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Climate Change Impacts on the Cultural Sector


Cultural heritage will also be affected by the social impacts of climate change. This includes communities having to move and migrate to avoid the effects of climate change. People and communities are displaced from culturally important places and lose long standing and valuable traditions. Extreme weather events are already causing an average of more than 20 million people to move to other parts of the country each year. Rapidly rising sea levels in Scotland mean that coastal communities may disappear entirely. Many of the islands would be partly submerged and cities and towns on the mainland would also be at risk due to rising water levels.

Displacing communities from their homes can cut social ties and lead to a disruption of cultural practices including food, faith, music and community values. It also leads to a weakened local knowledge on recovery from shocks.

Heritage Sites and Traditional Buildings

Heritage sites have always been subjected to interactions with their environment, however, the radical changes in temperature and weather conditions caused by climate change catalyses the decay of these sites. Many heritage sites are at risk from issues like flooding, coastal erosion, and especially dry summers. These may lead to damage to historic buildings from groundwater, saltwater intrusion, or structural damage from storms. Climate change is also a significant problem for building interiors. Changes in indoor relative humidity can increase the speed of chemical and biological degradation, particularly for collections housed in historic buildings with fewer control measures. This can lead to paper and silk degradation, decay of wooden artefacts and an increase in mould decay just to name a few. As many of Scotland’s museums are in historical buildings this could lead to the damage of culturally significant collections, artefacts, and pieces of history.

Culture and Heritage in Climate Policy

The impacts of climate change on history and culture are often underrepresented in climate policy and research, however these must be addressed to ensure preservation of the heritage of many different areas. Preserving these sites is also important for maintaining traditions, identity, and historical knowledge. The loss of them may lead to a weakening of cultural practices and safety nets which can hinder a community’s ability to recover from disasters.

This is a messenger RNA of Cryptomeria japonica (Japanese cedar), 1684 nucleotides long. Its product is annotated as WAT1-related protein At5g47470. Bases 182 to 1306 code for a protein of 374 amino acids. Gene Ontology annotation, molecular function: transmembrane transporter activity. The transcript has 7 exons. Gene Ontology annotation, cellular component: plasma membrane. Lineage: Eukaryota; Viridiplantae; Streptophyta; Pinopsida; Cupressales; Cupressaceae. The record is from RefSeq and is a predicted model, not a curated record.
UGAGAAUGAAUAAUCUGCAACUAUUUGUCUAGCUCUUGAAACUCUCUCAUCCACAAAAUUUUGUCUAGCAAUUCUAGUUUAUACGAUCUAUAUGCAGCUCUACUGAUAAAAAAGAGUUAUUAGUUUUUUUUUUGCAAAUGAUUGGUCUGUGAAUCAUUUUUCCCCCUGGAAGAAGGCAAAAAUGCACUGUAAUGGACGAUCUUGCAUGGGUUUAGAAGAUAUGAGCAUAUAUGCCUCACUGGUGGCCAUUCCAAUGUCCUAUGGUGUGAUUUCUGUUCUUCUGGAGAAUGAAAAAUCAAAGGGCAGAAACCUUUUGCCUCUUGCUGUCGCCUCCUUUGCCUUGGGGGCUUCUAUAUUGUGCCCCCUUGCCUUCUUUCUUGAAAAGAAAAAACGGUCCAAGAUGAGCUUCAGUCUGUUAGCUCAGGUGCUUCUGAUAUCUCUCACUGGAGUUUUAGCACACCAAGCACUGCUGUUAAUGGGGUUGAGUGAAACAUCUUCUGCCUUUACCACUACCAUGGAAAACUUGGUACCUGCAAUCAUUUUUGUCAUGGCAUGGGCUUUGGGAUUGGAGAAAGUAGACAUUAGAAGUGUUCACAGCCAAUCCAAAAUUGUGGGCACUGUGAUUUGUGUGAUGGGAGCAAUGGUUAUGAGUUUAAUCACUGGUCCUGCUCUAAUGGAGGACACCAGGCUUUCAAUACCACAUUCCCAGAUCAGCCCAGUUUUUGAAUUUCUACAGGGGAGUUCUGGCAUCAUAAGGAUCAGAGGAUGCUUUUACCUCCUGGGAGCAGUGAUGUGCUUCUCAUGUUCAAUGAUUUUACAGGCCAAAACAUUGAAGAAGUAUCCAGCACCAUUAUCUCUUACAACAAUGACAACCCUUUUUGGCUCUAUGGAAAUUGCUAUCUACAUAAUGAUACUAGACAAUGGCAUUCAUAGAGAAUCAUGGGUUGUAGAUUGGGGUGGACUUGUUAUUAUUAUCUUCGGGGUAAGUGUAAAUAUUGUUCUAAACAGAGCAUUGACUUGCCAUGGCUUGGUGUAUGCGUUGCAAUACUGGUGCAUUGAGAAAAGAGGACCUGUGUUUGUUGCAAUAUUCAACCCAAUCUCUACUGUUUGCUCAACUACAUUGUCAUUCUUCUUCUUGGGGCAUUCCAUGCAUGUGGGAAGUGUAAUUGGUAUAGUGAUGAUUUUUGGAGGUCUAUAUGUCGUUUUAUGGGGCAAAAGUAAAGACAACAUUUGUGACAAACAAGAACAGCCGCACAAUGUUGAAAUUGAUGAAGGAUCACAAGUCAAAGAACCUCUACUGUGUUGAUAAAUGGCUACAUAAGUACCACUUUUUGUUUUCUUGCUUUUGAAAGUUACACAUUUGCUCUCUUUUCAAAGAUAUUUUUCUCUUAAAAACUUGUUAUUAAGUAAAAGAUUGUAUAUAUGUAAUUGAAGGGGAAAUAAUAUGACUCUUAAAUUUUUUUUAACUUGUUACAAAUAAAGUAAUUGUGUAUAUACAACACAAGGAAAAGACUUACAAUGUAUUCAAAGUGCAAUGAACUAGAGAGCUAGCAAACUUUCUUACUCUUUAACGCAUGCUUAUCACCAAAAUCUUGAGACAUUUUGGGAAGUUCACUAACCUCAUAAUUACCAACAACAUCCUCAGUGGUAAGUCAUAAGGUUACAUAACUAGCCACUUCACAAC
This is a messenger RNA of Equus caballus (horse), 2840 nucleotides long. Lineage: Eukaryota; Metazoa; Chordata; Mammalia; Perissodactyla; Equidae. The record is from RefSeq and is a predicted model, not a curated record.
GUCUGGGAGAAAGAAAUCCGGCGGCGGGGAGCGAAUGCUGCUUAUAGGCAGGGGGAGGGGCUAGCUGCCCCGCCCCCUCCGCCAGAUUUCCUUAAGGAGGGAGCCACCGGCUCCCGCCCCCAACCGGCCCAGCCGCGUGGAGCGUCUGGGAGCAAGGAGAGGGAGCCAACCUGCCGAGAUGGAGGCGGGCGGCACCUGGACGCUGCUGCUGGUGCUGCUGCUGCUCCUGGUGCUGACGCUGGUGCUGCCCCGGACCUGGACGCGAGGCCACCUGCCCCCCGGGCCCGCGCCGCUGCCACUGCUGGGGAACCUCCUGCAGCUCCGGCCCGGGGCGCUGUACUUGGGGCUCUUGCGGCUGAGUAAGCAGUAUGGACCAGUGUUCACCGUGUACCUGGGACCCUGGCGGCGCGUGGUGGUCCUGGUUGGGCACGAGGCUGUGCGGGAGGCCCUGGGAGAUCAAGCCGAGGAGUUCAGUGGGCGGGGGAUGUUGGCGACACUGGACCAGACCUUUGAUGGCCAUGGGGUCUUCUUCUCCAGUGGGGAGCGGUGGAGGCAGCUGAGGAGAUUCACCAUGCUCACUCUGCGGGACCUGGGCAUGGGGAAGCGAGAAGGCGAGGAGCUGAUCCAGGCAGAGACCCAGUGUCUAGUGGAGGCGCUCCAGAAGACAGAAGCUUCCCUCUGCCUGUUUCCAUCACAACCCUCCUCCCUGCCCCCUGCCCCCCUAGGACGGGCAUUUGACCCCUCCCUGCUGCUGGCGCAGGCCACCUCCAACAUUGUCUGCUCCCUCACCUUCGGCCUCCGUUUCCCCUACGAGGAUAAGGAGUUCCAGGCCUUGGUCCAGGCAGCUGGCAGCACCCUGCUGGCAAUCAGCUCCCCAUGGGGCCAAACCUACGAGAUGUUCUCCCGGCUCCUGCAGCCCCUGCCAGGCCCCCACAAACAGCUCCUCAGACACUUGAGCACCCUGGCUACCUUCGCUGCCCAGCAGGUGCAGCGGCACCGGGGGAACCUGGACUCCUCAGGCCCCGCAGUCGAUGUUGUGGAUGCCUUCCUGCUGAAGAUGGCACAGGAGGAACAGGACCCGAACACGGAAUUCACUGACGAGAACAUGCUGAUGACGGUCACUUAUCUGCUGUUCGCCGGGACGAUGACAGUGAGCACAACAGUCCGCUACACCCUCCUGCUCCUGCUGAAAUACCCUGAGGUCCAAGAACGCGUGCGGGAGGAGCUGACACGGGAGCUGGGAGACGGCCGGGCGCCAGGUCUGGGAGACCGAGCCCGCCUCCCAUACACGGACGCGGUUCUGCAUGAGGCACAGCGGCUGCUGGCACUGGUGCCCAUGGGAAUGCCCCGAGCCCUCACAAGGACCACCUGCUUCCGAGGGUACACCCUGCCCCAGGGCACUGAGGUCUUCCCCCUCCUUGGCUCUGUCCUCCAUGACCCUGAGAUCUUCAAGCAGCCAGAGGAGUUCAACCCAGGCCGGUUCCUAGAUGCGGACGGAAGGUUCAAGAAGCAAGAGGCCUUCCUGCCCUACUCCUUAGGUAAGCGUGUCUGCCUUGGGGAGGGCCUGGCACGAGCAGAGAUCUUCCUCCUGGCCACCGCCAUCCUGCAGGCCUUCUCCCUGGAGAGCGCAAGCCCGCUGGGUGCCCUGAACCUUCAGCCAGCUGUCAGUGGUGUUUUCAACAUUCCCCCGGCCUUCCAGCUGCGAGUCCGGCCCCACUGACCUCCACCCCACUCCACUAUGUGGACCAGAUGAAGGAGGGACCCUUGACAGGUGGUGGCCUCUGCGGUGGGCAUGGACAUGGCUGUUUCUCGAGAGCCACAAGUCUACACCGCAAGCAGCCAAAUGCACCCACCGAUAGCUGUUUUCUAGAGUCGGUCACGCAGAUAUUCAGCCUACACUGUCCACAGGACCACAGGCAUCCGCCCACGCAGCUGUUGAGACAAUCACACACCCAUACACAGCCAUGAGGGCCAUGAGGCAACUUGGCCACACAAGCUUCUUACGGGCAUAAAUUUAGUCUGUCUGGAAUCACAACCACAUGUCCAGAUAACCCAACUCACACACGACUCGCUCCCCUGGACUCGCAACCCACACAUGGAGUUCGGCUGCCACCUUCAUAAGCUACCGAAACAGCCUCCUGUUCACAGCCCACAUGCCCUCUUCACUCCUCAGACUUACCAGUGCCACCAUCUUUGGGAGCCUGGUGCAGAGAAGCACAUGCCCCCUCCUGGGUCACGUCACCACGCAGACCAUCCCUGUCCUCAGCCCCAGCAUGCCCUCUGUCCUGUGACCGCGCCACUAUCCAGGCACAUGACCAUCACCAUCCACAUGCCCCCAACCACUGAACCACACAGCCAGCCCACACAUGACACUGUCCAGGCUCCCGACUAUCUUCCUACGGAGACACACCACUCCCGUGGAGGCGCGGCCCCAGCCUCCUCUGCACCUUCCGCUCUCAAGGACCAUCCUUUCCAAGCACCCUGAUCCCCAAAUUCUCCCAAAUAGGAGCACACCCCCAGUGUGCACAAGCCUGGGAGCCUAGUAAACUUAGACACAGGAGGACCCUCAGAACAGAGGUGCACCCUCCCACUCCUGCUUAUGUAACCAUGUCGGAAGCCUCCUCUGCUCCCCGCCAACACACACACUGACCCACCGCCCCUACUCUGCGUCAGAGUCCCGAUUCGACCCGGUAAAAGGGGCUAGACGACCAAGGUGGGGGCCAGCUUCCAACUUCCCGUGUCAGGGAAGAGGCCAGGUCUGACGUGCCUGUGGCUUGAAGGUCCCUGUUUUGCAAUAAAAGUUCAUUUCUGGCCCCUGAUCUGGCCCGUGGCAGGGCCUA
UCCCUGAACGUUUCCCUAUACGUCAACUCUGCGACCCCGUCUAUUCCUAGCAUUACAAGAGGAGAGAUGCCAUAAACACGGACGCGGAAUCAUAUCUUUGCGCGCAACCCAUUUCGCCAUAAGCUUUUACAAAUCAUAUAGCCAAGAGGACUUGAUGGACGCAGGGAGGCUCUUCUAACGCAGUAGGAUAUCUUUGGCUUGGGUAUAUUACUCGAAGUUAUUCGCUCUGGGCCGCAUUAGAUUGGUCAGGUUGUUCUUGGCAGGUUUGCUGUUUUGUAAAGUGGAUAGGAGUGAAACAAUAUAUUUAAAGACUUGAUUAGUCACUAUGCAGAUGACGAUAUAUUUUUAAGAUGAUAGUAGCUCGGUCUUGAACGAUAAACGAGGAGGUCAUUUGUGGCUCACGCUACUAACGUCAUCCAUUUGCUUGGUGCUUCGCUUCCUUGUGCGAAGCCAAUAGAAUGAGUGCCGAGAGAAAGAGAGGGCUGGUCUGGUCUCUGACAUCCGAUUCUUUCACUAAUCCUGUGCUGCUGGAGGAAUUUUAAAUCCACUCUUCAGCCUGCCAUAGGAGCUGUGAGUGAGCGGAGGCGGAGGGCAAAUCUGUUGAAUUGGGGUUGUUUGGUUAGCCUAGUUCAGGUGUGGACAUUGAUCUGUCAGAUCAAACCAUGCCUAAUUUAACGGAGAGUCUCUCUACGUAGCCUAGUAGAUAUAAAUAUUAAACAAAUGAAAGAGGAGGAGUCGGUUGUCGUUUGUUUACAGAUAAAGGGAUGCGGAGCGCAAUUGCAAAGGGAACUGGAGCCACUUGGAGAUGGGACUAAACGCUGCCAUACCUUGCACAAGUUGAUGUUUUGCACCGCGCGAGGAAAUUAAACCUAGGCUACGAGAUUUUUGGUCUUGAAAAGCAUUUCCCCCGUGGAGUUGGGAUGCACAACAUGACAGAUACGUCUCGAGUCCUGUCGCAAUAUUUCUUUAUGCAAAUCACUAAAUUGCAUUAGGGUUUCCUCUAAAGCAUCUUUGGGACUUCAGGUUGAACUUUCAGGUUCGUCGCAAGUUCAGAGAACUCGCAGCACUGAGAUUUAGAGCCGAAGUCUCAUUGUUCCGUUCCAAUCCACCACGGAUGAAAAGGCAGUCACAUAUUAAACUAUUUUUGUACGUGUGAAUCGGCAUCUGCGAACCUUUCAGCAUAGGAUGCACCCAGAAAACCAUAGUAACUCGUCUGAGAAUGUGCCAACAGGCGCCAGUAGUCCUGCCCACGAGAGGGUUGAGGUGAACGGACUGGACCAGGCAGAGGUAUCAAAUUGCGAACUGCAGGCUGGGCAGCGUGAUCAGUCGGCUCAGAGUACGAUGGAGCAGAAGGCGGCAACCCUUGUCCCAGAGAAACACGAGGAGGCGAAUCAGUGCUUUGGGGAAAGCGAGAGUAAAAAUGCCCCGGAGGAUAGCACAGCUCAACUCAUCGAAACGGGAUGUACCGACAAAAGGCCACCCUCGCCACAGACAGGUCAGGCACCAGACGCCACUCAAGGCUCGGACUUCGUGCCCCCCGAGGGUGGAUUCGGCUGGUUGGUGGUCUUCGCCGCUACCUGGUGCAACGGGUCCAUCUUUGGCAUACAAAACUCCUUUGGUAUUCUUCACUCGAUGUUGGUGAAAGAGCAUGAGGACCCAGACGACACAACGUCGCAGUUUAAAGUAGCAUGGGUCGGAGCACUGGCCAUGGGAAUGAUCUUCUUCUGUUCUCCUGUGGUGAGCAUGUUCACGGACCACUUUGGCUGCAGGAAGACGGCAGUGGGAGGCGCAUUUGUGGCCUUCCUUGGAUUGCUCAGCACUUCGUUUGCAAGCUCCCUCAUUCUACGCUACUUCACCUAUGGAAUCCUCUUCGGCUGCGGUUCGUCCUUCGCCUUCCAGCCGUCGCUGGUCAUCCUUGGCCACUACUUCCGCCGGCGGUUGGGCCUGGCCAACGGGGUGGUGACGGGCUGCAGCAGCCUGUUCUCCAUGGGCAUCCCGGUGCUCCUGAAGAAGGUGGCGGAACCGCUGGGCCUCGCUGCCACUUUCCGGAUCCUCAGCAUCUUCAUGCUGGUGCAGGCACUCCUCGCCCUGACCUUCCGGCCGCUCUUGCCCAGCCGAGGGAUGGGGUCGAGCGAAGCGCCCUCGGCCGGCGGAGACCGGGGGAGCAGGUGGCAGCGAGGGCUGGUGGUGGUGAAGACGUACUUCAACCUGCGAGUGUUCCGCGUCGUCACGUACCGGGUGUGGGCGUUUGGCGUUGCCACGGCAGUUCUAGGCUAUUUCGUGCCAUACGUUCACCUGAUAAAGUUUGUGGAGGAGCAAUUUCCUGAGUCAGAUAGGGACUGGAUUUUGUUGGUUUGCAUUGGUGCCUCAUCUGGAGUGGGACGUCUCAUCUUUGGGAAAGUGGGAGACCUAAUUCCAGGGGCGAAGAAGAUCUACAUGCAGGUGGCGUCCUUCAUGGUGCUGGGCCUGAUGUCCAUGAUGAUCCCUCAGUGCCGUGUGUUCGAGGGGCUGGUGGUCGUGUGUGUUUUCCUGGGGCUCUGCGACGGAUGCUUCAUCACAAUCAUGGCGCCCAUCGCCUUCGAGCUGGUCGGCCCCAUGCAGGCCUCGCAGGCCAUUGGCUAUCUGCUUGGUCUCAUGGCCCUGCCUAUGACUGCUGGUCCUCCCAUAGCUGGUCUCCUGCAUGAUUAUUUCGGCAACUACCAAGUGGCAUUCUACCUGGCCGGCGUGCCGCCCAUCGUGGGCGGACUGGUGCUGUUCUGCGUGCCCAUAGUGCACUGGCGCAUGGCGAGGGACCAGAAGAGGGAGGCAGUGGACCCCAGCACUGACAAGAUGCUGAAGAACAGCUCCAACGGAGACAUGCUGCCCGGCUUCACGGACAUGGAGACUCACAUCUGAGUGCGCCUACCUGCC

We should not only protect these important heritage sites for cultural and historic reasons, but also because they can be used to mitigate and combat the effects of climate change. Some properties can serve as climate change observatories to gather and share information with regards to mitigation and adaptation practices. Not only that, but world heritage sites such as forests, and ocean and coastal ecosystems capture and store CO2 alongside other greenhouse gases from the atmosphere. According to a UNESCO report, 50 marine protected World Heritage sites across 37 nations capture and store an estimated 5 billion tonnes of carbon (Source: New study: How UNESCO's World Heritage forests play a vital role in mitigating climate change). These carbon stores equate to about 10% of global greenhouse gas emissions in 2018. Protecting these heritage sites is a crucial strategy to not only address climate change and biodiversity loss, but also to mitigate and combat it. 

Group of women walking on grass in front of the Modern One National Galleries Scotland building (Ian Georgeson Photography)
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